Sharp rise in cost of NCEA exam support

Karen Poutasi
Karen Poutasi
The cost of providing special support to pupils sitting NCEA external exams rose by almost $159,000 last year, mainly due to the recognition of dyslexia.

Four private schools top the list of those with the highest numbers of candidates receiving support.

Data released by the New Zealand Qualifications Authority under the Official Information Act shows the authority expected to spend $433,000 nationally on the provision of Special Assessment Conditions (SAC) in 2012, compared with $274,160 the year before.

Authority chief executive Dr Karen Poutasi said the recognition of dyslexia by the Ministry of Education as a specific learning disability, and a series of workshops in 2011 aimed at ensuring schools made appropriate applications, led to a rise in applications last year.

A total of 3418 of the 143,000 candidates who sat external NCEA exams qualified for SAC in 2012 - 2535 of them new applicants.

The OIA information, covering applications since 2005, shows schools with the highest number of SAC candidates have consistently been private decile 10 schools.

In 2012, this trend held with the top four: St Andrew's College in Christchurch with 89 candidates, Auckland's Diocesan School for Girls (69), St Kentigern College, Pakuranga (61) and Christchurch's Christ's College (55).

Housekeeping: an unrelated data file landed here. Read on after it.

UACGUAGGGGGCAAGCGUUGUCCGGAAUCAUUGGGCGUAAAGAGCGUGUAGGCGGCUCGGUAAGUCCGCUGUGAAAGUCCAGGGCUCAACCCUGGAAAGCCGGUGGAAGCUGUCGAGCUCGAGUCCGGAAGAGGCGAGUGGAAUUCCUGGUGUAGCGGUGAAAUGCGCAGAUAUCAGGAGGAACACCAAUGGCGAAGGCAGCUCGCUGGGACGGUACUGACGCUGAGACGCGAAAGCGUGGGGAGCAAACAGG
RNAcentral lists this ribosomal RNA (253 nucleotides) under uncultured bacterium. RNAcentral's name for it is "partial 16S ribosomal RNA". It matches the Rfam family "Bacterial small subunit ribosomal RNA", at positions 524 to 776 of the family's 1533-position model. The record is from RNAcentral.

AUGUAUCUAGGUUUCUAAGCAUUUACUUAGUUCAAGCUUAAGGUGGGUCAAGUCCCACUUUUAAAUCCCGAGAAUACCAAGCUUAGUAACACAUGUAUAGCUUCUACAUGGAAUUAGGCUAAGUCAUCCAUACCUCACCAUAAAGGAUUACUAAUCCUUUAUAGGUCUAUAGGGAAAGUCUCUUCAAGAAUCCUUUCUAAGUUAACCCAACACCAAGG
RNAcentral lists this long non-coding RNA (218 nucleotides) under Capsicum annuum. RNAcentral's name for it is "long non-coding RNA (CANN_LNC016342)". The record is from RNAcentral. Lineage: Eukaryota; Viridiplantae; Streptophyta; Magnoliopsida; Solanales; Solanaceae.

In Otago, the school with the highest number of SAC candidates was decile 10 state school Wakatipu High, with 33 applicants, the 13th equal highest number nationally.

Support may be granted to pupils of at least average intelligence who have a physical, medical or learning disability who meet special criteria. Their applications must be supported by an independent report from an ''appropriately qualified registered professional'' or by alternative evidence considered by the NZQA expert panel.

Support could include reader/writer assistance, separate accommodation, extra time to complete the exam, or the use of a computer.

The NZQA pays for most readers/writers, supervisors for candidates in separate accommodation, signing supervisors for hearing-impaired candidates and the cost of extra papers and Braille papers.

Since 2009, candidates have been granted an entitlement for SAC for both internal and external assessment for three years from the date of approval unless otherwise notified. The cost of supporting SAC candidates in internal assessments must be met by schools themselves and some schools seek volunteer help with this.

Asked earlier last year if high decile schools attracted more pupils who needed SAC assistance than lower decile schools, or whether the high numbers of SAC candidates from high decile schools suggested some inequity in the system, Dr Poutasi, in a written response, said all applications were considered against the same set of criteria.

''Anecdotally, some schools appear to have become magnet schools for students with specific learning disabilities because of the programmes they offer (e.g. Western Springs College).''